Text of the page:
separator = "."

resource "local_file" "foo" {
    filename = "${path.cwd}/temp/foo.txt"
    content = "This resource will be created after the random_pet" 
    depends_on = [

In this case we don't use resource attribute reference. Resource R1 is explicitly dependent on Resource R2 it it relies on Resource R2 but doesn't access any of its attributes in its own arguments.

terraform graph command creates a visual presentation of dependencies in TF configuration or execution plan. It can be run as soon as there is a configuration file and configuration directory has been initialized with terraform init. If the configuration directory is not initialized, we'll get the following error:

$ terraform graph                     
Error: Inconsistent dependency lock file
│ The following dependency selections recorded in the lock file are inconsistent with the current configuration:
│   - provider required by this configuration but no version is selected
│   - provider required by this configuration but no version is selected
│ To make the initial dependency selections that will initialize the dependency lock file, run:
│   terraform init

So we first need to initialize the directory:

$ terraform init

Initializing the backend...

Initializing provider plugins...
- Finding latest version of hashicorp/local...
- Finding latest version of hashicorp/random...
- Installing hashicorp/local v2.2.2...
- Installed hashicorp/local v2.2.2 (signed by HashiCorp)
- Installing hashicorp/random v3.1.3...
- Installed hashicorp/random v3.1.3 (signed by HashiCorp)

Terraform has created a lock file .terraform.lock.hcl to record the provider
selections it made above. Include this file in your version control repository
so that Terraform can guarantee to make the same selections by default when
you run "terraform init" in the future.

Terraform has been successfully initialized!

You may now begin working with Terraform. Try running "terraform plan" to see
any changes that are required for your infrastructure. All Terraform commands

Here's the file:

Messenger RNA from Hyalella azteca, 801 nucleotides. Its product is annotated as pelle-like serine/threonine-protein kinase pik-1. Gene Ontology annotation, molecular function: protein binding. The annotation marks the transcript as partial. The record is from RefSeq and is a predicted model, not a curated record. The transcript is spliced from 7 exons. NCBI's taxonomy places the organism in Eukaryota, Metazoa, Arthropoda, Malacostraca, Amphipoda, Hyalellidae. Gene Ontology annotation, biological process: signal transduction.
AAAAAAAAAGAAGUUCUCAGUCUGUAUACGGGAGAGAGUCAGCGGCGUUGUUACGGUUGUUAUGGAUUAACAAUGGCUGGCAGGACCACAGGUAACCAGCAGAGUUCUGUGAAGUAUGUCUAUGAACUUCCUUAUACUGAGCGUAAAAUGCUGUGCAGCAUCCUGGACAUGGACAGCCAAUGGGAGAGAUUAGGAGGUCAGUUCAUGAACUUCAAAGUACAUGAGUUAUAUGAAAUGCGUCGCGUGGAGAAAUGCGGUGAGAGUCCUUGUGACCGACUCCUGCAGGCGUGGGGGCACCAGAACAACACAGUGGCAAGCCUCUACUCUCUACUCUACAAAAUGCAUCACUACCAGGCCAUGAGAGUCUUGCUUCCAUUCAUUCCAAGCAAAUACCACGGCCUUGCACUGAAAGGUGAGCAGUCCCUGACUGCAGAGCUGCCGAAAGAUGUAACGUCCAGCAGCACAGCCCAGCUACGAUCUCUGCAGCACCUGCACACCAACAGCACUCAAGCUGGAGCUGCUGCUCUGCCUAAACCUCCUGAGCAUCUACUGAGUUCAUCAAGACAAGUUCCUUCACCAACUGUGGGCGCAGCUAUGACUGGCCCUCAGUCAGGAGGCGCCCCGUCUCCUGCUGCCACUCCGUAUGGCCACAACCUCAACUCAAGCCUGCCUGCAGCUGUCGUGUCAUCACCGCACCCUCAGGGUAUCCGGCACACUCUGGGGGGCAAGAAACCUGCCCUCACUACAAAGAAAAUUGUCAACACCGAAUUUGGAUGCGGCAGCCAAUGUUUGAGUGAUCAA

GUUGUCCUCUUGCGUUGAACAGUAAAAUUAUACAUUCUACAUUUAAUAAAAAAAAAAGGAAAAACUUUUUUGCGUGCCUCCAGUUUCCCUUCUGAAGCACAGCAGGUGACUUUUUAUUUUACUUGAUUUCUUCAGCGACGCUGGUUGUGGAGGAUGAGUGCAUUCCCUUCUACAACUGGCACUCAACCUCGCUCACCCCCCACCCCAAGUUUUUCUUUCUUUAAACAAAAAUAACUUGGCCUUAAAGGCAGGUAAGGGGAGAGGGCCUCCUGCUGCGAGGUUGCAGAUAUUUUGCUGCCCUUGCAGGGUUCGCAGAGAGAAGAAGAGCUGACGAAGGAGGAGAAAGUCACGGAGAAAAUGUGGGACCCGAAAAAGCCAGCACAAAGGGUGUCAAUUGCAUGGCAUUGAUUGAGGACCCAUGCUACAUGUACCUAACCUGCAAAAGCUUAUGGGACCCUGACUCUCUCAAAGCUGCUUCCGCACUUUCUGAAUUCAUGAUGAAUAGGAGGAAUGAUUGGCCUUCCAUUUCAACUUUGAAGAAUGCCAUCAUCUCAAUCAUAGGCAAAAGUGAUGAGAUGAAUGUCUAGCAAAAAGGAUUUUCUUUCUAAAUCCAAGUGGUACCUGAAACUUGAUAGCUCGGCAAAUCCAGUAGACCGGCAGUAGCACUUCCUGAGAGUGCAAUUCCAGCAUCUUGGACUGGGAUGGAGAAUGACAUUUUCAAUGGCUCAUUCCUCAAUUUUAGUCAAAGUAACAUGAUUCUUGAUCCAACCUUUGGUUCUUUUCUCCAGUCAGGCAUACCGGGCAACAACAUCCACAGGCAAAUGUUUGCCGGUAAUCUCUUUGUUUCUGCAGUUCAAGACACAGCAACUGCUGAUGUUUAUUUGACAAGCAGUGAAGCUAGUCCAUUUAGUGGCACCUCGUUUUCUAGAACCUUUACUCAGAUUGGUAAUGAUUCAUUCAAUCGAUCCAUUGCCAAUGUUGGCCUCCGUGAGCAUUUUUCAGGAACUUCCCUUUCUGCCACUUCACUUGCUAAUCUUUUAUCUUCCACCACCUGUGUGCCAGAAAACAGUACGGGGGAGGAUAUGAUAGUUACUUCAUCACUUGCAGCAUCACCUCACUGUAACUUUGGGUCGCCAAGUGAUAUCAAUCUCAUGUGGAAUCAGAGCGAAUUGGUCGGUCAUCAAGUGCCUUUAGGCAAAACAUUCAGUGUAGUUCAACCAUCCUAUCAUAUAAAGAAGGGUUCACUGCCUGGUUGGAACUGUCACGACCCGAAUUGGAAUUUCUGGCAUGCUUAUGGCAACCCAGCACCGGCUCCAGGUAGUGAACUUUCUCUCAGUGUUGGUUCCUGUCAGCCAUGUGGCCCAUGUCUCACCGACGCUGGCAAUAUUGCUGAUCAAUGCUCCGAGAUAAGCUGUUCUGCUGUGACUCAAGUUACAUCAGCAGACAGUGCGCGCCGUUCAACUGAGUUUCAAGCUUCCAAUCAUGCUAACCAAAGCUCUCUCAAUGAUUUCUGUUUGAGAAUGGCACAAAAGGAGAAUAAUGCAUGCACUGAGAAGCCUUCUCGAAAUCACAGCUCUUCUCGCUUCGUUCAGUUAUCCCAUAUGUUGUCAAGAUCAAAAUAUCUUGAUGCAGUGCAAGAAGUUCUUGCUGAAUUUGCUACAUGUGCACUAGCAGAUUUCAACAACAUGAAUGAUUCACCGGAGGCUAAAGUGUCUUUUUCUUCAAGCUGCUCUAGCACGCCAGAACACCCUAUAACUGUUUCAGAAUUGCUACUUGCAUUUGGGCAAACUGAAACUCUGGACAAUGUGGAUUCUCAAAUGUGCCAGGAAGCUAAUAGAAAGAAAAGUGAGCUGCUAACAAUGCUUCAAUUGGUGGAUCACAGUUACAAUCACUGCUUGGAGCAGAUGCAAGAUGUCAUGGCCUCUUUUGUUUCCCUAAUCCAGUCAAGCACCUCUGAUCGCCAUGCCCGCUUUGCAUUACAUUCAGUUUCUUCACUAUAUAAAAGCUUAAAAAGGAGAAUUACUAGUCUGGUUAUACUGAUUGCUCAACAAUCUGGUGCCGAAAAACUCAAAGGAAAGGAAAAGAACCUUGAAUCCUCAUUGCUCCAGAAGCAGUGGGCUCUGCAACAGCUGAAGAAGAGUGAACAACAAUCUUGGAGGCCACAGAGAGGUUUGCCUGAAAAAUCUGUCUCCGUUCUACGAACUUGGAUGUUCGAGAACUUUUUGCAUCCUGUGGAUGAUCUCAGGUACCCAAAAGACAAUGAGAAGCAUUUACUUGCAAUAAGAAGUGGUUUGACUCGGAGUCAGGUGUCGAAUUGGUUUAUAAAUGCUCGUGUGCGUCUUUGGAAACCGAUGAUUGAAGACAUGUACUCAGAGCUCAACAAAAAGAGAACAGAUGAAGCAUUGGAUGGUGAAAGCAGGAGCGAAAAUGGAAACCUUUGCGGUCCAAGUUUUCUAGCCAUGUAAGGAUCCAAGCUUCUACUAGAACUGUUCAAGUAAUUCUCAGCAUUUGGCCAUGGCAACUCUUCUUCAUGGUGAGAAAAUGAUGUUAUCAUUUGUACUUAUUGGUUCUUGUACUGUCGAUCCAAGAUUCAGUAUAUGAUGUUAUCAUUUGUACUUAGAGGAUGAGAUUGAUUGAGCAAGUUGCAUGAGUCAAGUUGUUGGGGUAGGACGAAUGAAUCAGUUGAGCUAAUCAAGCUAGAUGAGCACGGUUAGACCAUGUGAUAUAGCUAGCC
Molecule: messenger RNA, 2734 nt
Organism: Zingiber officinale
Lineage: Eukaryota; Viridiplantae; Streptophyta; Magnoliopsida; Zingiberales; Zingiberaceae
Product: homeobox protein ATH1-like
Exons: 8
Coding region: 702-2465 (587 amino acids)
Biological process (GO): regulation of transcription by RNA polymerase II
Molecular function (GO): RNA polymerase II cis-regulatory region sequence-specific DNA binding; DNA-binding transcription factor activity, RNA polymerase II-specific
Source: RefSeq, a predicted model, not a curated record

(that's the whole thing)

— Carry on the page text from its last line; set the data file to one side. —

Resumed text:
should now work.

If you ever set or change modules or backend configuration for Terraform,
rerun this command to reinitialize your working directory. If you forget, other
commands will detect it and remind you to do so if necessary.

$ terraform graph
digraph {
        compound = "true"
        newrank = "true"
        subgraph "root" {
                "[root] (expand)" [label = "", shape = "box"]
                "[root] provider[\"\"]" [label = "provider[\"\"]", shape = "diamond"]
                "[root] provider[\"\"]" [label = "provider[\"\"]", shape = "diamond"]
                "[root] random_pet.my_random_text (expand)" [label = "random_pet.my_random_text", shape = "box"]
                "[root] (expand)" -> "[root] provider[\"\"]"
                "[root] (expand)" -> "[root] random_pet.my_random_text (expand)"
                "[root] provider[\"\"] (close)" -> "[root] (expand)"
                "[root] provider[\"\"] (close)" -> "[root] random_pet.my_random_text (expand)"
                "[root] random_pet.my_random_text (expand)" -> "[root] provider[\"\"]"
                "[root] root" -> "[root] provider[\"\"] (close)"
                "[root] root" -> "[root] provider[\"\"] (close)"

The output is a graph in DOT format (which is a text and hard to follow). Using graph visualization software can help in making a graph image. We can use e.g. Graphviz

To install Graphviz on Linux:

$ apt update && apt install graphviz -y

To install Graphviz on Mac:

% brew install graphviz

Command to create a graph image is same on Linux and Mac:

% terraform graph | dot -Tsvg > graph.svg